I recognize how popular Tin Man, Gold Man, Clay Man and other street performers are for tourists walking up and down Kalakaua. In fact, I enjoy the color and vibrancy that these performers bring. Most people aren't aware that celebrity comedian Robin Williams got his start as a mime on the streets of San Francisco. However, the purpose of Bill 71 is to address pedestrian safety concerns on the most congested sidewalk in the state of Hawai'i, and it needs our support.

To begin with, the University of Hawai'i conducted a comprehensive sidewalk study demonstrating how dangerous it is when too many people pack a crowded sidewalk. In November, the Waikiki Neighborhood Board voted to support Bill 71. The Honolulu Police Department and the Honolulu Fire Department are on record as supporting Bill 71. So are many members of the Waikiki business community, and countless average citizens are tired of not being able to use the sidewalk without being forced to step into the street.

Second, Bill 71 will finally do something about the numerous illegal business operators using the sidewalk to make money in the name of free speech. Talk about shibai! The people who set up chairs every night to peddle hair braids, fake tattoos, massages, sketch artistry or who sell trinkets and tell fortunes are simply doing so to fill up their calabash bowls with dollar bills. Unlike legitimate business owners, they pay no taxes or fees, don't have to bother with Health Department clearances, and I understand the cost of rent is pretty cheap. In other words, what rent?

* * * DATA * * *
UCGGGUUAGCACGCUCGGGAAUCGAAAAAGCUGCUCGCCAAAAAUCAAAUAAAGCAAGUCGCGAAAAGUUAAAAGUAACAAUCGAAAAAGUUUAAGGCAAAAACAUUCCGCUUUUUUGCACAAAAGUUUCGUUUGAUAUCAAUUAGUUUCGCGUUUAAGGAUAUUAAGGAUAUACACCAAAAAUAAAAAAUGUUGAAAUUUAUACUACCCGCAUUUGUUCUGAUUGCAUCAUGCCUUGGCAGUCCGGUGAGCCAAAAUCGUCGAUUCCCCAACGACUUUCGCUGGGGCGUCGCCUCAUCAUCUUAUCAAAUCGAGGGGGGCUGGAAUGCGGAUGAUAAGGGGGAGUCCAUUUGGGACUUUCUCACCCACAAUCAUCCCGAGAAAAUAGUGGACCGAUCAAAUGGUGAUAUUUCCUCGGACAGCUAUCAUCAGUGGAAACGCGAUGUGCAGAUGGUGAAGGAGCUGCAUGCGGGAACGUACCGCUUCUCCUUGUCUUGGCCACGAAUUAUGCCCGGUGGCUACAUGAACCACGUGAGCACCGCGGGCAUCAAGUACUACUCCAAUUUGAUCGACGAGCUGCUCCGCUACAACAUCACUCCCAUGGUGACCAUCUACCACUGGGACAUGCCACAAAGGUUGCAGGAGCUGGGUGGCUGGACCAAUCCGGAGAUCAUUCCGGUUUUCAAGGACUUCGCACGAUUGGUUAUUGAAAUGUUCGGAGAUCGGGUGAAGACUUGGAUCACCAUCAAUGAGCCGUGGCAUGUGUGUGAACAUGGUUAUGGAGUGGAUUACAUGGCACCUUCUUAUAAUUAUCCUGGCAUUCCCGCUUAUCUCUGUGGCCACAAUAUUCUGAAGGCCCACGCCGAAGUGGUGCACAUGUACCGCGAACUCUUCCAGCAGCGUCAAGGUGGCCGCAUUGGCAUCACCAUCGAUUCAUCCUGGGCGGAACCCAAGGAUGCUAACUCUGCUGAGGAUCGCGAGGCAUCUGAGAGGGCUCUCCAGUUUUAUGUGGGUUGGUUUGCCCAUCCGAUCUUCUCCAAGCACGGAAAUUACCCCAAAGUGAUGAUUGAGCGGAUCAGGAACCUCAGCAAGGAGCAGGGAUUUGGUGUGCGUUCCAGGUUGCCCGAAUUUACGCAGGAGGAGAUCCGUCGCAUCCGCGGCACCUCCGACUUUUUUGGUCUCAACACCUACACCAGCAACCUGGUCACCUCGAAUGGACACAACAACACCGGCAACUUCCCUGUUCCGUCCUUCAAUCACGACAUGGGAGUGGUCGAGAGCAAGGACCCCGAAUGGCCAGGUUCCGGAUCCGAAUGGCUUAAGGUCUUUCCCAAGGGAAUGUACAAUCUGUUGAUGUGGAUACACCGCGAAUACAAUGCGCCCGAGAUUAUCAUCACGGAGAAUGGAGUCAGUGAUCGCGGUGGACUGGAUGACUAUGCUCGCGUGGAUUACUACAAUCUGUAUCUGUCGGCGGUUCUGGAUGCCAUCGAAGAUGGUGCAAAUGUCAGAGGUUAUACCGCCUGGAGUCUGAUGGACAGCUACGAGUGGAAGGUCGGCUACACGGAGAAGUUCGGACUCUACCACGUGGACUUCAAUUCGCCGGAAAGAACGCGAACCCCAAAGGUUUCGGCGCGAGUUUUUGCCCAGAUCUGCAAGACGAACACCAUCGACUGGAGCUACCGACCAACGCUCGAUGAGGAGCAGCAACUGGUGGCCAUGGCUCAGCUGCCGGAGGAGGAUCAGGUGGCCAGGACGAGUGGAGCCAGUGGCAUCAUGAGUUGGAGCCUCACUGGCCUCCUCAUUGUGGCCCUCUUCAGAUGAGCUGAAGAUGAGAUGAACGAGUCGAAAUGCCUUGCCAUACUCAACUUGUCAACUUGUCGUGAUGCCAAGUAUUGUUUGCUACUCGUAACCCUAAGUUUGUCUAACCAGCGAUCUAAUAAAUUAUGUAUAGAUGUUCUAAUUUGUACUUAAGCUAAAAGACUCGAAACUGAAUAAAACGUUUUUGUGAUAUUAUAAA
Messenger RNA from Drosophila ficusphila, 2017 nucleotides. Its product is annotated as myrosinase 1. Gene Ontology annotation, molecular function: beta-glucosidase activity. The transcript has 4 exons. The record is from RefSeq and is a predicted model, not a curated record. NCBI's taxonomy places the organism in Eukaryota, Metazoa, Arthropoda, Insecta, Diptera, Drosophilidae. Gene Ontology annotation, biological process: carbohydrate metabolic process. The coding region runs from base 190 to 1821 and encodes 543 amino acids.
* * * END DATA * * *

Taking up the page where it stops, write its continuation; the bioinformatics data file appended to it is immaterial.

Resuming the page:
Finally, the ACLU has argued that civil liberties are being violated by restricting the freedom of speech of street performers. What about the civil rights of people with disabilities? The Americans with Disabilities Act establishes accessibility requirements for state and local government facilities, including sidewalks. Bill 71 CD1 included a revision to address ADA accessibility concerns.

If Bill 71 is allowed to become law, Waikiki's "grand boulevard," Kalakaua Avenue, will be safer for residents and visitors, more peaceful and quiet, and legitimate small-business owners won't be forced to compete unfairly with street performers setting up shop on the public sidewalk.

As far as Tin Man and his friends are concerned, they would still be able to perform their talents. Waikiki has over 80 blocks of sidewalks to use that don't fall under this ordinance. Something tells me they will continue putting smiles on the faces of tourists and young children. Waikiki wouldn't have it any other way.

Mike Peters
Member of the Waikiki Neighborhood Board